Plaintiff further alleged that at all times the driver was acting within the course and scope of his employment; that the driver's conduct was "socially intolerable"; that the driver acted with an intent to cause severe emotional distress or with reckless disregard that severe emotional distress was likely to result; and that plaintiff "did in fact suffer, continues to suffer, and will permanently suffer from severe emotional distress in the form of fear, anguish, depression, anxiety, and humiliation."

This appeal turns on whether a jury reasonably could find that defendant's conduct, as pleaded, constitutes an "extraordinary transgression" of socially tolerable conduct. The trial court concluded that the allegations of the complaint did not meet that standard; the court therefore granted judgment on the pleadings for defendant. Plaintiff challenges that ruling, arguing that a jury could find that defendant's conduct exceeded the range of what is "socially tolerable" based on two factors: (1) plaintiff's status as a person with a physical disability, and (2) defendant's relationship to plaintiff as a provider of public transportation. In response, defendant contends that, although the bus driver's conduct undoubtedly qualifies as rude and offensive behavior, as a matter of law, it falls short of what reasonably can be deemed "socially intolerable conduct."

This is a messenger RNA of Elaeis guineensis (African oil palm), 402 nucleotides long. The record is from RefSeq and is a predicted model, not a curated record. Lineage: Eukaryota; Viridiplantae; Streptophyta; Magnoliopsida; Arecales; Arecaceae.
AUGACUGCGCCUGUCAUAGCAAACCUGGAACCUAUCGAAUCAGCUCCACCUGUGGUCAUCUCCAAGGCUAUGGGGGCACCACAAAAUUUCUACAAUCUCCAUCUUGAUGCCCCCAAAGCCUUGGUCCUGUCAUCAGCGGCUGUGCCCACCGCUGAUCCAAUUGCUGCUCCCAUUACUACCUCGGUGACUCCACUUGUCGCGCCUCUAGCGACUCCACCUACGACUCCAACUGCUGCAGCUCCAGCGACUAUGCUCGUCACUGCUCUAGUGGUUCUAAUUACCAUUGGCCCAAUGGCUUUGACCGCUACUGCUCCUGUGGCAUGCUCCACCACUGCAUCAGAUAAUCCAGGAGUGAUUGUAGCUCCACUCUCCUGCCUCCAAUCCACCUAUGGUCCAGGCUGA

To state an IIED claim, a plaintiff must plead that

"(1) the defendant intended to inflict severe emotional distress on the plaintiff, (2) the defendant's acts were the cause of the plaintiff's severe emotional distress, and (3) the defendant's acts constituted an extraordinary transgression of the bounds of socially tolerable conduct." McGanty v. Staudenraus, 321 Or 532, 543, 901 P2d 841 (1995) (quotation omitted; citing Sheets v. Knight, 308 Or 220, 236, 779 P2d 1000 (1989)).

Whether particular conduct rises to the necessary level of social intolerability is, for the most part, a fact-specific inquiry that requires a case-by-case examination of the circumstances as a whole. Rockhill v. Pollard, 259 Or 54, 60, 485 P2d 28 (1971); Lathrope-Olson v. Dept. of Transportation, 128 Or App 405, 408, 876 P2d 345 (1994). The circumstances to be examined encompass not only the specific conduct in question, but also the relationship between the parties. McGanty, 321 Or at 548. That is, a defendant's position or role vis-a-vis a plaintiff may be one that "imposes on the defendant a greater obligation to refrain from subjecting the victim to abuse, fright, or shock than would be true in arm's length encounters among strangers." Id. at 547-48 (quotation omitted).(1) Therefore, in this case, we examine not just the bus driver's conduct, but also how the relationship between a provider of public transportation and a disabled passenger bears on the norms of socially appropriate conduct.